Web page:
ISSN 2079-3537      

Scientific Visualization
Issue Year: 2017
Quarter: 2
Volume: 9
Number: 2
Pages: 49 - 63
Authors: A.E. Bobkov (Russian Federation), A.V. Leonov (Russian Federation)
Address: A.E. Bobkov
Moscow Institute of Physics and Technology (MIPT), Russian Federation

A.V. Leonov
S.I. Vavilov Institute for the History of Science and Technology of the Russian Academy of Sciences (IHST RAS), Russian Federation
Abstract: The article discusses the history of development of virtual globes, from the first prototype to the modern software tools that enable creating of a virtual globe to anyone. In the introduction we briefly discuss the similarities and differences between the virtual globe and its predecessors and analogues – traditional globes and globes based on the spherical projection screens. It is shown that the first patterns of virtual globes appear in the literature and computer games since the beginning of the 1990s, and the first prototypes – in virtual encyclopedias in the late 1990s (Encarta Virtual Globe by Microsoft, 1998, and 3D World Atlas by Cosmi Corporation, 1999). It is shown that the rapid development of virtual globes in the early 2000s was due to three factors: the creation of graphics processors for graphics cards (starting from Ge Force 256 in 1999), the launch of commercial satellites with high-resolution cameras (ICONOS in 1999 and QuickBird in 2001) and a crucial increase in the speed of communication networks (40 Gbit/s per channel in commercial fiber optic systems in 2002). The main stages of the development of virtual globes are analyzed: complete applications (NASA World Wind, 2004; Google Earth, 2005; Microsoft Virtual Earth, 2006 etc.), software libraries (NASA World Wind Java SDK, 2007; osgEarth, 2008 etc.), browser versions (Google Earth plugin, 2008; Cesium, 2012), and the introduction of procedural generation to enhance the visual realism of the surface at a large scale viewing (Outerra, Proland, Biosphere3D etc.). Examples of the modern usage of virtual globes are provided, including Russian projects: visualization of a natural territory with a complex terrain, visualizations of spacecraft’s orbits, and visualization of an underground geophysical data. Finally, we discuss the possibility of further development of the technology of virtual globes, such as the use of personal electronic devices as a distributed array of sensors (GPS-receivers and cameras) for automatic continuous refinement and updating of virtual globes.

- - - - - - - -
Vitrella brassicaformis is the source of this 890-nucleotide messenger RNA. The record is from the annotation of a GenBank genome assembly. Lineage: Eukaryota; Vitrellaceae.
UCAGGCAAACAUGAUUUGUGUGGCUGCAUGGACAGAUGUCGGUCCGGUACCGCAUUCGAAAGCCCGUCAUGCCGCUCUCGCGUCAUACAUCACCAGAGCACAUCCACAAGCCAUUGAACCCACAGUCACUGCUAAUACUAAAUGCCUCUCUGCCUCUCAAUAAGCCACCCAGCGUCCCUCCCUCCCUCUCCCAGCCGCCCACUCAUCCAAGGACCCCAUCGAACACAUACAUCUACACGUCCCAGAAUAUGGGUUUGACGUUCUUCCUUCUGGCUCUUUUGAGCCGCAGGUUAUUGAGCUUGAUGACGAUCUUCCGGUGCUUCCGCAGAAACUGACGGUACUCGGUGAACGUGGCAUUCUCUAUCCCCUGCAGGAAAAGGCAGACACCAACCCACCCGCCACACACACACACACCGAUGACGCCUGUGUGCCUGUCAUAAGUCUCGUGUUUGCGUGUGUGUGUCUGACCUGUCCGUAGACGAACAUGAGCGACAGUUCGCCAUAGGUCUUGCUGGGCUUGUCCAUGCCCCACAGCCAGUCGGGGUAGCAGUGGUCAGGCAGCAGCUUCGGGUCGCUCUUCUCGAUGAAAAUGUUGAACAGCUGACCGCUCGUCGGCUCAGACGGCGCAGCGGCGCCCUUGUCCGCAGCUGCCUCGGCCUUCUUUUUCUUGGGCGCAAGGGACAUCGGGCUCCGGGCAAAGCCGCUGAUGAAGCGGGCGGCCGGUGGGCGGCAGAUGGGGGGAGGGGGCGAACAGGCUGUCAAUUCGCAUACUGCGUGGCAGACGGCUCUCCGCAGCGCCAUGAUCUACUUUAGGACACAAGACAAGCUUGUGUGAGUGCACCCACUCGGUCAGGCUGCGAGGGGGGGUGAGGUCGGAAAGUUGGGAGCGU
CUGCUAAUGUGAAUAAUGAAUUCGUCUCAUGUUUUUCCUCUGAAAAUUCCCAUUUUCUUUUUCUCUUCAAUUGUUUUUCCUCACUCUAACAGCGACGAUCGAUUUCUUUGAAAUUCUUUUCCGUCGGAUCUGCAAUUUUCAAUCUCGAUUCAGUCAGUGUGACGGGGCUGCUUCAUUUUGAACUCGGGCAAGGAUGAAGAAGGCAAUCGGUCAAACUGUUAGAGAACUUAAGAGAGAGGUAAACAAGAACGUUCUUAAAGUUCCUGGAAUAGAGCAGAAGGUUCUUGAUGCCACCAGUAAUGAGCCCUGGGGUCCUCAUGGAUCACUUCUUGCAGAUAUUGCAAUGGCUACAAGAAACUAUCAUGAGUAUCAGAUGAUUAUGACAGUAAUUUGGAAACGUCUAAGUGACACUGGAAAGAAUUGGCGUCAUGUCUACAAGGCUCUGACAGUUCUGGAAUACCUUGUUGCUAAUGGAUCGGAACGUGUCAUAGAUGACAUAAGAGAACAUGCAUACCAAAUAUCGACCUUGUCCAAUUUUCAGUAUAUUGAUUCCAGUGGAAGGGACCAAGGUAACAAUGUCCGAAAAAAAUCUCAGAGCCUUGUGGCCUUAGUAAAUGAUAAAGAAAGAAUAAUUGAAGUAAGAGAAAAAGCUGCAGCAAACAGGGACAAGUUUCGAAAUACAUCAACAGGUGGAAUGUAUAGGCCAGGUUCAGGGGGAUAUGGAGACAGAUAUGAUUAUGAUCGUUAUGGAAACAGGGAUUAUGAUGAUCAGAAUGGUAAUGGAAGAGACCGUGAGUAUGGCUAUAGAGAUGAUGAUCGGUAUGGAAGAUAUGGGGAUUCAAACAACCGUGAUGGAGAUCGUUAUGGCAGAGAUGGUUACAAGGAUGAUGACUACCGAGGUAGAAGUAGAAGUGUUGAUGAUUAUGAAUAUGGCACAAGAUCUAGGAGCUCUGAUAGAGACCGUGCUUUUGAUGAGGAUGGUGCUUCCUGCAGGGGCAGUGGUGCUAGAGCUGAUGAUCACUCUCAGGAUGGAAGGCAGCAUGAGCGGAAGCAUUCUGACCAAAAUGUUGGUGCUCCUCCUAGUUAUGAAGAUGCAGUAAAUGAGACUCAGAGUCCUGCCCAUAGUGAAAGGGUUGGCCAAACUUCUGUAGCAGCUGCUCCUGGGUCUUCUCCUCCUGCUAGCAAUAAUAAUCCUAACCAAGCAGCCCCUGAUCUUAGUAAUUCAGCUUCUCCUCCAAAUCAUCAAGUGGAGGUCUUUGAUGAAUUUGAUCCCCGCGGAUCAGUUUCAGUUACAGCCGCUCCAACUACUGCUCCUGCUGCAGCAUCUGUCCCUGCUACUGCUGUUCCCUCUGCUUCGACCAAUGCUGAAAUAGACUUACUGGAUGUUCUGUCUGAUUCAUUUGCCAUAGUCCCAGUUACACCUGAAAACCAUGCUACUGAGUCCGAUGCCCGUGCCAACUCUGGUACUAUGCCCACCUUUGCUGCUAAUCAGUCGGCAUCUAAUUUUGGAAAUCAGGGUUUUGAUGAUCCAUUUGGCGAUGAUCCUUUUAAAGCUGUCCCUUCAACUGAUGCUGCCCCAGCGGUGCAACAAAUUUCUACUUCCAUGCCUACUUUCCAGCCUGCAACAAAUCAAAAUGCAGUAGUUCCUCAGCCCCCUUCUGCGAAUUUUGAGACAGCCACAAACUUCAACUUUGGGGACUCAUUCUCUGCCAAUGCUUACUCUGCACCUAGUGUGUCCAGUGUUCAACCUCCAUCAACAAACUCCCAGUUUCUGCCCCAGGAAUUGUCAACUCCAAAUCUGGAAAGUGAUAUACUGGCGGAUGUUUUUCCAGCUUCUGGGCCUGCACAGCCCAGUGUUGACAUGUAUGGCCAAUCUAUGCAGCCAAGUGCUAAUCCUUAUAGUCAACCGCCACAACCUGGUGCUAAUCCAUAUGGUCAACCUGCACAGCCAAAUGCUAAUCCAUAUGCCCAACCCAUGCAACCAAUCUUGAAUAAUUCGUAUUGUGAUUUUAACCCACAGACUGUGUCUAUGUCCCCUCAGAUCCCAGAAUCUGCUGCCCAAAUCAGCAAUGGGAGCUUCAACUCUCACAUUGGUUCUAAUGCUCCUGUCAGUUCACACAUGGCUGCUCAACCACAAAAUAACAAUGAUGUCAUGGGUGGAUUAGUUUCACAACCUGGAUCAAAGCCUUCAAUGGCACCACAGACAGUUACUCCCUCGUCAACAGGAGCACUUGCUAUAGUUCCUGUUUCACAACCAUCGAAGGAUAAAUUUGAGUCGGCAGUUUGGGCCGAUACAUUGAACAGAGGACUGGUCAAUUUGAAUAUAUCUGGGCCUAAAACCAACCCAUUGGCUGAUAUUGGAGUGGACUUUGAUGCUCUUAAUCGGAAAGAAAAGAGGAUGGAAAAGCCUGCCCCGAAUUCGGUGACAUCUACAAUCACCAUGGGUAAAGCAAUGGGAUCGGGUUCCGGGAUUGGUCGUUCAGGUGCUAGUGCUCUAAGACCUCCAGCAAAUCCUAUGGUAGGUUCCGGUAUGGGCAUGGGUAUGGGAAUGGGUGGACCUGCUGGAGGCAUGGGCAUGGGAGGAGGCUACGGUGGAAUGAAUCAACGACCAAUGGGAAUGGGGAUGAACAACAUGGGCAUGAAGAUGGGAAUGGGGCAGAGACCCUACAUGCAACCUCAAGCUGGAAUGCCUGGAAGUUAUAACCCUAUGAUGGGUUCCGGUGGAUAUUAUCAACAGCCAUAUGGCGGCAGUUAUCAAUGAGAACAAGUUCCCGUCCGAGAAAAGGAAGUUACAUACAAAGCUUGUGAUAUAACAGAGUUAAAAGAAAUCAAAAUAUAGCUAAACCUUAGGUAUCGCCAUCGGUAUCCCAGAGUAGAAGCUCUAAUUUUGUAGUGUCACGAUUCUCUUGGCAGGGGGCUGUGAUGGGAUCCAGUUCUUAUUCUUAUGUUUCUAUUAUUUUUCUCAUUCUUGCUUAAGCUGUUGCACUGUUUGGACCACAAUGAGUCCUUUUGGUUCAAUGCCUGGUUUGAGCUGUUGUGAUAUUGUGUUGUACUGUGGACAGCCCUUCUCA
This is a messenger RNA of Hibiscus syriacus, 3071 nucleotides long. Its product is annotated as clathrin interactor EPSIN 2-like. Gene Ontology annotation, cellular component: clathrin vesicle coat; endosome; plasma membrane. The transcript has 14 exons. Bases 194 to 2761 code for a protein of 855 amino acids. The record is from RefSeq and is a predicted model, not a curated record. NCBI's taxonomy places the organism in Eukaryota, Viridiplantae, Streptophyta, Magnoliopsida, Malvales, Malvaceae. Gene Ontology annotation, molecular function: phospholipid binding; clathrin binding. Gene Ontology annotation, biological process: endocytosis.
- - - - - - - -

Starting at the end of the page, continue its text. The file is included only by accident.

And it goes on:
Language: Russian

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